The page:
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Study finds that one in three mothers don't know about food quality

One in every three mothers is unsure about the safety and quality of food that she gives to her family, a report said Thursday. The survey 'Conversations With Mothers' food safety survey, commissioned by Tetra Pak - the world's leading food processing and packaging solutions provider - said that mothers are most concerned about the freshness and purity of the food they consume as well as the risk of its adulteration.

Tetra Pak also launched the 'Right to Keep Food Safe' - an awareness programme that will empower mothers with knowledge and facts on food safety and nutrition and motivate them to spread the word to many more mothers. 'Food safety is a continuing concern with frequent outbreaks of food-borne diseases due to adulteration, contamination and lack of awareness on how to keep food safe,' said Aditi Gowitrikar, doctor, actor and mother of two, who was present at the release of the report. (Read: Why we need to teach every child about nutrition)

She said that it was surprising to learn from the survey that over 70 percent mothers do not immediately connect serious diseases such as jaundice, cholera and typhoid with food safety. 'I am glad to lend my support to the Right to Keep Food Safe awareness campaign and I encourage all mothers to take up the NQ course to improve their knowledge and make more informed choices on food safety and nutrition,' she added.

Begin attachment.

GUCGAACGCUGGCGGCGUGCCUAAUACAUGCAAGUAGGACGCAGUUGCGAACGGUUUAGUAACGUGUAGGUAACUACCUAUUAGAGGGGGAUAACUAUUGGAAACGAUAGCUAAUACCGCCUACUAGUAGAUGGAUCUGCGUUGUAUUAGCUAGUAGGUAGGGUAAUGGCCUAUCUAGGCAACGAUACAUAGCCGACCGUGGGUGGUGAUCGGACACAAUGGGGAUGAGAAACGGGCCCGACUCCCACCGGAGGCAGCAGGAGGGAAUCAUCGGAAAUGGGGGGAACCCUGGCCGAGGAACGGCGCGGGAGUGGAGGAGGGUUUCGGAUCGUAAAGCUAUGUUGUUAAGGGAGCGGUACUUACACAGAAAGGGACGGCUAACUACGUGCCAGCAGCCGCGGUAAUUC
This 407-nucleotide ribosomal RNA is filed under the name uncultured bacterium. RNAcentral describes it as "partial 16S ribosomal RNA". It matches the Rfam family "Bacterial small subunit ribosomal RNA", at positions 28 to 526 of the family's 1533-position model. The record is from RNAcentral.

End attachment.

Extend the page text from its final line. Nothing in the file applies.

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Here are 5 ways to deal with a fussy eater

Visit the supermarket or a farmer s market together: Love for food should not be restricted to taste. In fact, it should start from the scratch. It s important that you child know where the food is coming from and the other facts related to it. Take your child along with you for vegetable shopping. Whether you are struggling with a toddler or a teenager, taking your child to the supermarket or the grocery store can widen his horizon about food, vegetables and fruits in particular. This has a scope to improve your child s acceptance towards foods that he might also help you pick up, and eat them when cooked. However, keep in mind that a farmer s market would be a better option to introduce your child or teenager to fruits and vegetables as it has less distractions than a super market.

Plan a food date: This doesn t mean dinning at a restaurant with your child and indulging in junk food loaded with fat. Instead, make it clear to your child that a food date would mean when the entire family will sit together to eat and try a new healthy dish. It could be a new vegetable or a regular one cooked little differently. Tell your child that he has to oblige as that s what the entire family would be doing. Eating with the entire family makes it easier for your child to relish the taste and texture of foods that he might usually dislike. Read more about 5 ways to deal with a fussy eater

With inputs from IANS

Photo source: Getty images


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